TALKS | Methodology, philosophy and theory of systemic design

Mapping the Terrain of Design Thinking Pedagogies and Outcome: Cross-institutional, Longitudinal Research

Danielle Lake & Wen Guo, Elon University, USA

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This paper aims to spark collaborative, action-oriented research opportunities around design thinking, systems thinking, and civic engagement within higher education by 1) highlighting innovative practices emerging from overlapping fields and 2) summarizing current case study research informed by these methods.

A number of critical questions foreground this research: How have higher education institutions integrated design and systems thinking in order to address wicked problems in their local and global communities? What has this work accomplished and what might it accomplish? How might stakeholders embedded within these systems reshape the structures and cultures of higher education in order to generate more inclusive and just impact?

Theoretical Underpinnings: Design, Systems, & Public Engagement within Higher Education

As RSD points out, the fields of design and systems thinking too often fail to intentionally and deeply engage one another. Given their overlapping histories, values, and goals (Jones & Kijima 2019), as well as the need to collaboratively address large-scale wicked problems (Rittel & Webber, 1969), this lack of engagement is problematic. Taken together, these fields have the potential to not only map the historic and geographic landscape of design and engagement within higher education., but also support its goals to operate a place-based, boundary-spanning organization committed to the “public good.” This is especially true given higher education’s fraught and problematic history with public engagement alongside its cultural and structural resistance (Bandy et al., 2018; Long & Gibson, 2016).

However, while design thinking has been enthusiastically endorsed by many institutions of higher education, critical research on the practices being implemented and their outcomes is still in its infancy (Ware, 2019; Kurtmollaiev et al., 2018; Liedtka & Bahr, 2019). Many practices and assessment metrics thus far have narrowly focused on short-term, celebratory case studies (Calgren, Rauth, & Elmquist, 2016; Ware, 2019) and traditional return on investment numbers (Forrester, 2018). Similarly, while there is a wealth of scholarship supporting the immediate value of civic engagement, research on its long term impact across stakeholders and systems is lacking (Divan et al., 2017; Hill et al., 2016). Practitioners and researchers–especially those at the systemic design association–are calling for more inclusive, systemic and action-oriented practices and research (Escobar, 2018; Protzen, & Harris, 2010; Vink, 2019).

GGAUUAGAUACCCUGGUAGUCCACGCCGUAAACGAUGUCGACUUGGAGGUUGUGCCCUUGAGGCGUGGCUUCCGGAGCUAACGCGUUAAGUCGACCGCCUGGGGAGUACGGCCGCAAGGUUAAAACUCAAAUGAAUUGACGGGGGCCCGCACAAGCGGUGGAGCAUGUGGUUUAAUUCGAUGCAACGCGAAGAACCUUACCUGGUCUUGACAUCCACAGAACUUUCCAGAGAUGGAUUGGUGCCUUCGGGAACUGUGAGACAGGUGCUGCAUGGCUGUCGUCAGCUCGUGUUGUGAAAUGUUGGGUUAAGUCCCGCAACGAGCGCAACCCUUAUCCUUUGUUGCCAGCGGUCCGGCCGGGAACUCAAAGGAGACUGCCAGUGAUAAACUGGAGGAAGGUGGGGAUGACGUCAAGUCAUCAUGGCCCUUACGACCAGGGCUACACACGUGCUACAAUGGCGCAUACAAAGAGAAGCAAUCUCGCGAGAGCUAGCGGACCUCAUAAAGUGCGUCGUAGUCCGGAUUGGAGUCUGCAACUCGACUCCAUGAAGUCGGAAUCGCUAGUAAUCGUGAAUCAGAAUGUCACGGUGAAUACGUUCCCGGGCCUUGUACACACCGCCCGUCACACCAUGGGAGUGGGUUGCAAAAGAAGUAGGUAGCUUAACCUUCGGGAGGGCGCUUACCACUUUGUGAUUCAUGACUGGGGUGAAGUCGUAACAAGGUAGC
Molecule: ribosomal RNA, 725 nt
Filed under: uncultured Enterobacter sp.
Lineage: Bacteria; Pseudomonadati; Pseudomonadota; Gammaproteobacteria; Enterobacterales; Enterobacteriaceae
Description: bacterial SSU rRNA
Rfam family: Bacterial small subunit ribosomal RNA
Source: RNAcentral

Responding to this call and hoping to spark transformative and sustainable systems change, the research described in this paper emerges from the integration of recommendations from ecosystems (Vink, 2019) and transition design (Irwin, 2015), emergent strategy (Brown 2017), cross-institiutional design research (Liedtka & Bahr 2019), participatory action research (Lykes & Mallona, 2013) and feminist pragmatism (Whipps & Lake). Informed by these fields, this research seeks to visualize how the traditional siloes of research, teaching, and service might be reimagined and harnessed towards co-creating collaborative engagement projects.

Case Study

Geographic Asset-Mapping: institutional service requirements can be leveraged to provide opportunities to build the relationships necessary for participatory action research that is grounded in systems awareness. In this case, service at a liberal arts mid-sized university in the United States supported the creation of a “Coalition for Change” and the visualization of a campus-wide changemaker map. Shared efforts to create the map prompted “aesthetic disruptions” in participant frameworks, generated awareness of informal and formal opportunities for changemaking, and sparked opportunities for new pathways. In this case, the inclusion of this work as service led to relationships that generated cross-stakeholder frameworks and essential support for cross-institutional research.